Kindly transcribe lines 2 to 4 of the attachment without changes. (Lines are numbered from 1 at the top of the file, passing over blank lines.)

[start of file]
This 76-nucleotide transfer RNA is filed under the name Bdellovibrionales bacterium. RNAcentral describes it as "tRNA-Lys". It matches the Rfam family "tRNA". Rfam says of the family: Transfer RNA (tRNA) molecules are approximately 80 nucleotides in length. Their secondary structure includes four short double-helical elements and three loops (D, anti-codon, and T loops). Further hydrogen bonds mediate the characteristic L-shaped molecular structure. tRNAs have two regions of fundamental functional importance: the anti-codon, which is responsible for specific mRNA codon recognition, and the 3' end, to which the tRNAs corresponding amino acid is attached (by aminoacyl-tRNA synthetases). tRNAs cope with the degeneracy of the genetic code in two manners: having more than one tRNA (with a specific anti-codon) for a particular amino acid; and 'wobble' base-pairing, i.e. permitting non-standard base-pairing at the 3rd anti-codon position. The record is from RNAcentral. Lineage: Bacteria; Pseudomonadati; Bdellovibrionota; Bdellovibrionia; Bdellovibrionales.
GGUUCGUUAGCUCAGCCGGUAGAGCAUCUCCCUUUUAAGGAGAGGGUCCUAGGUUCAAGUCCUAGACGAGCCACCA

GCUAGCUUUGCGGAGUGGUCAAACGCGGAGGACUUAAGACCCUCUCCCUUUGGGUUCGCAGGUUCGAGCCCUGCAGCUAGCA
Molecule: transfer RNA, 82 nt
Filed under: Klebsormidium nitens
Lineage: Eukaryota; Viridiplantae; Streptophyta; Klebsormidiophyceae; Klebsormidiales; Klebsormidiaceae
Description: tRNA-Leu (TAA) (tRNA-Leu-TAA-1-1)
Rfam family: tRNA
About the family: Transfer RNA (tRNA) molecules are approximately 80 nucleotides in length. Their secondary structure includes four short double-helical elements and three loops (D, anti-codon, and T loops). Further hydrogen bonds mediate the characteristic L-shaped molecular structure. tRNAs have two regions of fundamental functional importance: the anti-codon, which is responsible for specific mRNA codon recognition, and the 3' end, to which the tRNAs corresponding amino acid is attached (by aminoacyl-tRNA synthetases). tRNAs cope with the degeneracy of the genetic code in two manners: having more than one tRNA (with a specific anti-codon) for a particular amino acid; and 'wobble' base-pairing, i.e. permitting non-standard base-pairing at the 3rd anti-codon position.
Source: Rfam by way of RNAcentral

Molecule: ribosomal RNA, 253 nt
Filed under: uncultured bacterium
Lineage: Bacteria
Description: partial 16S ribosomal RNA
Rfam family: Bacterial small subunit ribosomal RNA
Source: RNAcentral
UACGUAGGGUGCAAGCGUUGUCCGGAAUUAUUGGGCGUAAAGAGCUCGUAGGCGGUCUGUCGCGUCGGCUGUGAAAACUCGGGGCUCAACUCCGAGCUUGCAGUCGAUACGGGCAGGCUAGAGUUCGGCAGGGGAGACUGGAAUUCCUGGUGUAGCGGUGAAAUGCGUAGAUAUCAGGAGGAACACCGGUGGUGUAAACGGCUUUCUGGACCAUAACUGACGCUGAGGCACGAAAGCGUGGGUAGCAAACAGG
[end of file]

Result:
GGUUCGUUAGCUCAGCCGGUAGAGCAUCUCCCUUUUAAGGAGAGGGUCCUAGGUUCAAGUCCUAGACGAGCCACCA

GCUAGCUUUGCGGAGUGGUCAAACGCGGAGGACUUAAGACCCUCUCCCUUUGGGUUCGCAGGUUCGAGCCCUGCAGCUAGCA
Molecule: transfer RNA, 82 nt